“We have our own dream and our own task. We are with Europe but not of it. We are linked but not combined. We are interested and associated but not absorbed. If Britain must choose between Europe and the open sea, she must always chose the open sea.”

    Therefore from his own lips Churchill would not surrender Britain’s ‘Sovereignty’ and join what is now the EU, but I have to say what I have read of the ‘in-camp’, they may even turn these words around somehow and try and discredit the great man with untrue EU credentials. Named as the greatest Briton of all time in a nationwide poll, it is very strange that the current British Prime Minister, David Cameron, called Churchill “the greatest ever Prime Minister” and went on to say, “If there is one aspect of this man I admire more than any other – it is Churchill the patriot,” he said.

    Well Mr. Cameron if that is so and you so admire Churchill, why do you want to do the absolute opposite of your apparent hero? For that is a dichotomy that we may never know the answer to and where not even the present PM knows the answer to square that circle I am perfectly sure. Come back Winston, for you are sorely missed by the nation and its people.

    ‘The European Union (EU) is Heading Towards Terminal Economic Decline, but where their Politicians Haven’t the Knowledge to Realise What is happening and Why?” – http://worldinnovationfoundation.blogspot.co.uk/2014/05/the-european-union-eu-is-heading.html

  • Much has been written about TTIP being secretive and “behind closed doors”. However if you search “TTIP EU”, you will find this site.

    http://ec.europa.eu/trade/policy/in-focus/ttip

    This has the negotiation positions of the EU team, the summaries of each round of negotiations, draft texts for various parts of the agreement. It actually seems very open, if you take the time to look.

    One area that gets a lot of comment is the dispute system that opponents say will allow US companies to force EU countries privatise their public services.

    Here is the EU proposal for that system

    http://trade.ec.europa.eu/doclib/docs/2015/november/tradoc_153955.pdf

    And some quotes (“Party” or “Parties” means the governments essentially I have added [Government] for clarity)

    ” 1. The provisions of this section shall not affect the right of the Parties [Governments] to regulate within their territories through measures necessary to achieve legitimate policy objectives, such as the protection of public health, safety, environment or public morals, social or consumer protection or promotion and protection of cultural diversity.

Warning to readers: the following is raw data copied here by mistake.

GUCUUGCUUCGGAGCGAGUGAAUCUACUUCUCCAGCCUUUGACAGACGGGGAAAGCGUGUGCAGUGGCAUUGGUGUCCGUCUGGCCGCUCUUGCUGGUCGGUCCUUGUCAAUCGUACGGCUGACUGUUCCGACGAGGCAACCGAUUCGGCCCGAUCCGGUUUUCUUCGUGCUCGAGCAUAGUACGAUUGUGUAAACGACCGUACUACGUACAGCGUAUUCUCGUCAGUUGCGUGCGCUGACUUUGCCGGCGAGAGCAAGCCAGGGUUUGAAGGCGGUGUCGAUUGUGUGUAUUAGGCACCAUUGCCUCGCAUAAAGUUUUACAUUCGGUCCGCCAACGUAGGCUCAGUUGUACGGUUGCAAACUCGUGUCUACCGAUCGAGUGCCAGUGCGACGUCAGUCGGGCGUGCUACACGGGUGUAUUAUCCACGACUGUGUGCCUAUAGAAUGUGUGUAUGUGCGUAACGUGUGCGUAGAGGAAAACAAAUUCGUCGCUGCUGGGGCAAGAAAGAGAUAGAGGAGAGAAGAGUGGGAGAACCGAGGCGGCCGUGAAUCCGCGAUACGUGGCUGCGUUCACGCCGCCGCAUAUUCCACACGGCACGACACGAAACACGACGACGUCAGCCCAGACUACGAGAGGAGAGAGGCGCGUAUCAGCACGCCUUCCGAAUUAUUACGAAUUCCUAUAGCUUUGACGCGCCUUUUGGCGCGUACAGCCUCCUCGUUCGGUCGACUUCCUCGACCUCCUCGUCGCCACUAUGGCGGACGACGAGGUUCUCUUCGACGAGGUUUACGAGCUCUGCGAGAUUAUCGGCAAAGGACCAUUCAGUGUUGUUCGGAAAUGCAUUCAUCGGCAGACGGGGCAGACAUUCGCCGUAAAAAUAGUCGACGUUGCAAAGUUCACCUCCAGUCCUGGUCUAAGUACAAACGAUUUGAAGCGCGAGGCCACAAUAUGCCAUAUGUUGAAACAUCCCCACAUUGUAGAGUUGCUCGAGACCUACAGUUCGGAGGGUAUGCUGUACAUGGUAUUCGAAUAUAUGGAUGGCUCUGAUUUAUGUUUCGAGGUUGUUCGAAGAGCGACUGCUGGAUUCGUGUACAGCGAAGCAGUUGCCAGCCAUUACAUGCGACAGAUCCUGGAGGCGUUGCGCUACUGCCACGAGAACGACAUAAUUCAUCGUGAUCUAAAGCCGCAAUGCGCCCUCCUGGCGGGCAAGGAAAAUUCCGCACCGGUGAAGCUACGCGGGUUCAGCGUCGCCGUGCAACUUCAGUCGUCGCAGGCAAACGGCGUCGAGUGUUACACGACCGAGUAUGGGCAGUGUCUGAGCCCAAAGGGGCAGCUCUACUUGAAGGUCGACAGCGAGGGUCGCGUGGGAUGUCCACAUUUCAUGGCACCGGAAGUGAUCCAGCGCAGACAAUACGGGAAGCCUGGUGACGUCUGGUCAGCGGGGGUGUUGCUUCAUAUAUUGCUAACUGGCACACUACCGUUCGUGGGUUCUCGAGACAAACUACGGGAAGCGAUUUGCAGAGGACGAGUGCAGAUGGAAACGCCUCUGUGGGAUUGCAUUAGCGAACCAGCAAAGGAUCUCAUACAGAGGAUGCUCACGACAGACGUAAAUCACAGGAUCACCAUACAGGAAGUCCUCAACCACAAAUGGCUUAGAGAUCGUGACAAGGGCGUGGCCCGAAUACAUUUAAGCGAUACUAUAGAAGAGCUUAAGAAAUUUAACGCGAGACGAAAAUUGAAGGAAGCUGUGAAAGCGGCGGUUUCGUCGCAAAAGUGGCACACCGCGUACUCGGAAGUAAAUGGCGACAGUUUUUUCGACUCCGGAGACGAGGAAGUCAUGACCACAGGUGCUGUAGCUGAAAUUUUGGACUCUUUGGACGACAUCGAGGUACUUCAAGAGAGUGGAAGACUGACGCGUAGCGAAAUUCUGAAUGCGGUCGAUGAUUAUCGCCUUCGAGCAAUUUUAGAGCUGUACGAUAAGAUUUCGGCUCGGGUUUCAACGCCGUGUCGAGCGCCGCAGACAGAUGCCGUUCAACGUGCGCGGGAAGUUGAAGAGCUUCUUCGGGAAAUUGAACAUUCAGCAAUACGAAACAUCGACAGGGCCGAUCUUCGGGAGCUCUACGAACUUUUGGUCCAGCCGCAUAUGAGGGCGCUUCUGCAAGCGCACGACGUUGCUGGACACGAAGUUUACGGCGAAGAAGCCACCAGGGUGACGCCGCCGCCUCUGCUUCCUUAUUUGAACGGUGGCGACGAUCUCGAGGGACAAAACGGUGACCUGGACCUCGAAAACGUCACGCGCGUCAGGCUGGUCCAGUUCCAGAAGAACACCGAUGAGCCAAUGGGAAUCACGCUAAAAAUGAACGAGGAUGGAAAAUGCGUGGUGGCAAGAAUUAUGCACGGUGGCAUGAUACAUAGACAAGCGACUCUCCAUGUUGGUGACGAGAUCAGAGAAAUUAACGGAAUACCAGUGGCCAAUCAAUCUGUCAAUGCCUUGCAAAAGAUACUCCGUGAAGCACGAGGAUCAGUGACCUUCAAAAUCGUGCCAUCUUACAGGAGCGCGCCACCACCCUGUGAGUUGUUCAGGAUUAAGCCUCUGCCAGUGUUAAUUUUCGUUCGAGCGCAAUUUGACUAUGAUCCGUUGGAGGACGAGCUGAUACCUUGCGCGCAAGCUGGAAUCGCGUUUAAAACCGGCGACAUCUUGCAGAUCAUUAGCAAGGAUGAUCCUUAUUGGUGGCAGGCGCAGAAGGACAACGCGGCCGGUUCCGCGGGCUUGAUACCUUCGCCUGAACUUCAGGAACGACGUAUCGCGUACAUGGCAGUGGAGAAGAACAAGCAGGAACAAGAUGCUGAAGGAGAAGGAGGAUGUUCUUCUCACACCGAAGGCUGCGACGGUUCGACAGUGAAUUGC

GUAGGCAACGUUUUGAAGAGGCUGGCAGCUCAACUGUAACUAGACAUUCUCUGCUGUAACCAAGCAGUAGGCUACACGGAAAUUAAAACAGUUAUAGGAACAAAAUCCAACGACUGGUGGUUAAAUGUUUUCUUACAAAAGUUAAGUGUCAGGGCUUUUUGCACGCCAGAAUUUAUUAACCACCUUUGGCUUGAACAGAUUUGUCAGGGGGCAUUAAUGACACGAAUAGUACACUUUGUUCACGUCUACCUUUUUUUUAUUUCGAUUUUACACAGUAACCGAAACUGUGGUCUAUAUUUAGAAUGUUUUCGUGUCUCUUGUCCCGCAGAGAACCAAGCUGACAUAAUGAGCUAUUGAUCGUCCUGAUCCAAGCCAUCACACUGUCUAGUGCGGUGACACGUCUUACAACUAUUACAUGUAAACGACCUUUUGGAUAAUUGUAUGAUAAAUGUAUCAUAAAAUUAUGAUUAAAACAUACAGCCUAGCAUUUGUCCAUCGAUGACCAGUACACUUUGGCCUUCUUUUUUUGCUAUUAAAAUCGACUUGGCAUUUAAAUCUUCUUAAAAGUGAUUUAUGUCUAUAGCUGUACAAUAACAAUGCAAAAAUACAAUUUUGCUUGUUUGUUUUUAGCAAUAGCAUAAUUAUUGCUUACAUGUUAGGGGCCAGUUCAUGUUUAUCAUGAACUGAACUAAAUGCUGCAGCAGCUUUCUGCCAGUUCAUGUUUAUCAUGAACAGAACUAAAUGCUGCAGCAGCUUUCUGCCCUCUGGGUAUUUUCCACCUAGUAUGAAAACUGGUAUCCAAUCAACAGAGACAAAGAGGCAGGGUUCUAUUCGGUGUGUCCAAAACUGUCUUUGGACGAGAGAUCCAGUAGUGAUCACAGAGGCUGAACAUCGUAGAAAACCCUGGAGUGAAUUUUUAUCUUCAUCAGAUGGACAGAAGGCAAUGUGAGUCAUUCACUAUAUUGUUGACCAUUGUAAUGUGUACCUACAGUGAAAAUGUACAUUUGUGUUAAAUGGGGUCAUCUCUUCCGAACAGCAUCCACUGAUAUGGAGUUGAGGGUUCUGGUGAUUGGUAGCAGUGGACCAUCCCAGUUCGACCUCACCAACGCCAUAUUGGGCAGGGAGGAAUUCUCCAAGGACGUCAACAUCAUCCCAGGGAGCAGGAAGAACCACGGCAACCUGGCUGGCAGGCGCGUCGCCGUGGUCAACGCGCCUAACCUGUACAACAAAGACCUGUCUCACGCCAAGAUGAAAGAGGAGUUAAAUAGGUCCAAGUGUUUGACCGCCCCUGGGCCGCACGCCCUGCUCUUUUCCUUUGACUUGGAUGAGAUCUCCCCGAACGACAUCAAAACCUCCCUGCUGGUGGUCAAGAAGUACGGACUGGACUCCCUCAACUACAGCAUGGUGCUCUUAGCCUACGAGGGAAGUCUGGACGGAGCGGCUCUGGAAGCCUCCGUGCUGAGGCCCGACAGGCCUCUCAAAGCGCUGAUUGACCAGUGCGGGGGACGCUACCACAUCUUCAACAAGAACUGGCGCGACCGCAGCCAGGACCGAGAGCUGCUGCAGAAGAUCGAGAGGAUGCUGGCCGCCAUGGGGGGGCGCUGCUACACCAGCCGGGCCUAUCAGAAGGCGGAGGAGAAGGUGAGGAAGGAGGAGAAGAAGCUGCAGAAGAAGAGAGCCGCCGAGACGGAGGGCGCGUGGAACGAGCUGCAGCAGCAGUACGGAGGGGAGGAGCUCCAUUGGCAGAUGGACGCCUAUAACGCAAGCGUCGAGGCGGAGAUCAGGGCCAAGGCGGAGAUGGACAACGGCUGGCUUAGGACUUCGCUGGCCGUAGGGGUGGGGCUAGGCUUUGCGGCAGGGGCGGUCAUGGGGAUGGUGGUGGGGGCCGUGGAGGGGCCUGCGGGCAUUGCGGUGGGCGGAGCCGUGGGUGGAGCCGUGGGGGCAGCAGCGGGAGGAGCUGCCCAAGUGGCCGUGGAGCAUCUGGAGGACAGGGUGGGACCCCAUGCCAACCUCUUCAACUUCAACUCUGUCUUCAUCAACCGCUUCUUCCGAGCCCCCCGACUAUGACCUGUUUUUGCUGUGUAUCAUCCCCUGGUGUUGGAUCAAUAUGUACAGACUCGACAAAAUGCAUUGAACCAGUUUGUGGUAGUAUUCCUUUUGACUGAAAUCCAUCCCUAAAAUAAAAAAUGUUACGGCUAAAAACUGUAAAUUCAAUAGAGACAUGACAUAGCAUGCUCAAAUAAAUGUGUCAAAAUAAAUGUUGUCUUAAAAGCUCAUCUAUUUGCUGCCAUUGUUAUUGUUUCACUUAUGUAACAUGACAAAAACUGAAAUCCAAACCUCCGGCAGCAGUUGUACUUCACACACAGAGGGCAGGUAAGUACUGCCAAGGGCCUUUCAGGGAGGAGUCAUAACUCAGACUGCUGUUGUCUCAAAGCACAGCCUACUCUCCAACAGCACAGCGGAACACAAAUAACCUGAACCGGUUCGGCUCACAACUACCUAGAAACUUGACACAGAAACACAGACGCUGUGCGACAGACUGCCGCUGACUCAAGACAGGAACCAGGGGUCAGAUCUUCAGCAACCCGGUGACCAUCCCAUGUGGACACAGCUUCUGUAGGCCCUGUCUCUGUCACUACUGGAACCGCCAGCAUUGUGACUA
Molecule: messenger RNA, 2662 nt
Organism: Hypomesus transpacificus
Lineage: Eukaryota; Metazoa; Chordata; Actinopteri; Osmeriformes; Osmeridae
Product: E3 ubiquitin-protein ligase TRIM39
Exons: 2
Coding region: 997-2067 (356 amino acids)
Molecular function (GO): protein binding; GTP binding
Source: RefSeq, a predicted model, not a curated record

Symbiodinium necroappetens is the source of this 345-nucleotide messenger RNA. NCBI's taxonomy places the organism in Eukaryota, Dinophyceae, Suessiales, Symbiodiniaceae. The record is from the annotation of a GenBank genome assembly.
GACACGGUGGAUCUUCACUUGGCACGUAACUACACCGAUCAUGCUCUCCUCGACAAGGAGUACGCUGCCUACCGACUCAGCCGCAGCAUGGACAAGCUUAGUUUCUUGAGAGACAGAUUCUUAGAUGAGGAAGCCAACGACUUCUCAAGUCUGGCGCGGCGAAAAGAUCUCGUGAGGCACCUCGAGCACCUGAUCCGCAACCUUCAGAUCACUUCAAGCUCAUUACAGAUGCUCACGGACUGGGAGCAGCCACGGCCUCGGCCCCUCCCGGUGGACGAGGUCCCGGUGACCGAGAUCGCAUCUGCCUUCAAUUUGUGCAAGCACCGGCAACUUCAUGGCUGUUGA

2. For greater certainty, the provisions of this section shall not be interpreted as a commitment from a [Government] that it will not change the legal and regulatory framework, including in a manner that may negatively affect the operation of covered investments or the investor’s expectations of profits.

    3. For greater certainty and subject to paragraph 4, a Party’s [Government’s] decision not to issue, renew or maintain a subsidy (a) in the absence of any specific commitment under law or contract to issue, renew, or maintain that subsidy; or (b) in accordance with any terms or conditions attached to the issuance, renewal or maintenance of the subsidy, shall not constitute a breach of the provisions of this Section.

    4. For greater certainty, nothing in this Section shall be construed as preventing a [Government] from discontinuing the granting of a subsidy and/or requesting its reimbursement, or as requiring that Party [Government] to compensate the investor therefor, where such action has been ordered by one of its competent authorities listed in Annex III.”

    “For greater certainty, except in the rare circumstance when the impact of a measure or series of measures is so severe in light of its purpose that it appears manifestly excessive, non-discriminatory measures of a Party [Government] that are designed and applied to protect legitimate policy objectives, such as the protection of public health, safety, environment or public morals, social or consumer protection or promotion and protection of cultural diversity do not constitute indirect expropriations. ”

    The above seems pretty clear cut in it’s defence of a government to utilise private firms as much or as little as they like in (say) a health care system.